Scientists have confirmed oral bacteria’s link with heart attack. And they have reported that when plaque s is scraped away by a dentist, the heart works better.
Once they enter your bloodstream, oral bacteria can also cause glucose levels to skyrocket. This failure to process sugar can be hazardous to diabetics and pre-diabetic alike.
However, studies show when dentists remove plaque the blood sugar levels return closer to normal.
Stroke and Alzheimer’s
The effect of oral bacteria on the brain is very similar to its effect on the heart. It makes the brain’s vessels more vulnerable to developing plaque, which is the key factor for a stroke.
In 2016, British researchers monitored Alzheimer’s patients and saw that those with gum disease experienced mental deterioration six times faster than those with healthier gums. Alzheimer’s patients are also more likely to suffer from poor oral health because they forget daily habits like brushing teeth.
Doctors and Oral Health
More and more, doctors ask their patients about dental visits before drawing conclusions or moving forward with operations, according to Men’s Journal.
Cardiologist Melvyn Rubenfire, for example, schedules dentist appointments for patients going into surgery in order to eliminate the risk of complications from oral infections.
Harvard endocrinologist William Hsu tells his diabetic patients their worries about glucose levels will decline significantly if they see the dentist every six months for an exam. When he observes a rise in blood glucose, his first question to the patient is, “When was the last time you had a dental cleaning?”
Read Next: 5 Positive Oral Health Benefits
No matter the time of the year, a Google search of “oral health news” or “latest dental news” usually reveals countless stories about free dental clinics, free care for vets, or dentists who volunteer to help those in need.
Among the many positive takeaways from these articles is that dentists love to help people.
Empathy is clearly a common trait of any sound medical professional. But how do dentists learn empathy? An experiment done at the University of North Carolina School of Dentistry in 2016 shed some light on how dentists can become more understanding.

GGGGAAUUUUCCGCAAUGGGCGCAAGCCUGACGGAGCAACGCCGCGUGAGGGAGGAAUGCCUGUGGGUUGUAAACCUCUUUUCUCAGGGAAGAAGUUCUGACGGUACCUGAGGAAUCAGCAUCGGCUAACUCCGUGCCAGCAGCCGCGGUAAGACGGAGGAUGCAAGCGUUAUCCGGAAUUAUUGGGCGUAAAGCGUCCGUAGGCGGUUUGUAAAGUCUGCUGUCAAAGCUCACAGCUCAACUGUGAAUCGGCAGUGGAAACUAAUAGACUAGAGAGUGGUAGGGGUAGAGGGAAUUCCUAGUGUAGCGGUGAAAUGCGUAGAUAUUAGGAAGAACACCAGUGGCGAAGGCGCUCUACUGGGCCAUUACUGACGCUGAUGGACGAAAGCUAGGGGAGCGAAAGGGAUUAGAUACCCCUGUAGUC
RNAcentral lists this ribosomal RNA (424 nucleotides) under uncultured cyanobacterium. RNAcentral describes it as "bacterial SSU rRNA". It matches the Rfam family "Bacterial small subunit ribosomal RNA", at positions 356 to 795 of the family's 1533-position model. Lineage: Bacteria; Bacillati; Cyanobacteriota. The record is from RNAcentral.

Empathy: Walking in Patients’ Shoes
At UNC, third-year dental students are required to spend eight weeks treating patients from low-income neighborhoods around the state. The program has existed for 45 years. Even so, faculty member Lewis Lampiris began to see that students, many of whom were from well off families, were still not able to truly connect with their patients.
“I would hear things like, ‘These people are bad that come to these clinics.’ ‘These parents – they don’t take care of their kids.’ ‘They don’t feed them well.’ ‘They bring the whole family to the visit,’” Lampiris told North Carolina Health News.
Lampiris decided to put the students through an exercise in empathy that the school’s nursing students use. When Lampiris introduces the exercise to the students, he tells them frankly that no mock-up can ever truly show them exactly what it’s like to live in poverty.
“This is not a game,” Lampiris tells his students. “I want you to be aware that there are some members, some of your classmates here, who have experienced poverty. This is where they came from. For them, this is real. I want you to respect that fact.”
…be aware that some of your classmates have experienced poverty. For them, this is real. I want you to respect that fact.
To begin, Lampiris splits the students into groups, or “families,” with each group member assigned a role. He gives each “family” details about their expenses and total income as well work, school, or other responsibilities.
The families use fake money to cover bills, groceries, gas and common expenses like car maintenance, health issues, or a tutor. These bills left some unable to pay rent, and forced them to seek help from a lender or a pawn shop owner.
Empathy and Understanding Patients’ Economic Decisions
At the end of the exercise, 98% of the students said that they found it helpful. That includes Kelsey Knight Cody, who was very skeptical at first.
Cody told NC News she thought of the exercise often when she worked with patients. Now, she said, she has a firmer understanding of her low-income patients’ economic decisions.
“They may just not have time, or the clinic hours wouldn’t work out, or they couldn’t take off from their job because that would mean they couldn’t feed their family that week or they didn’t have transportation,” Cody said.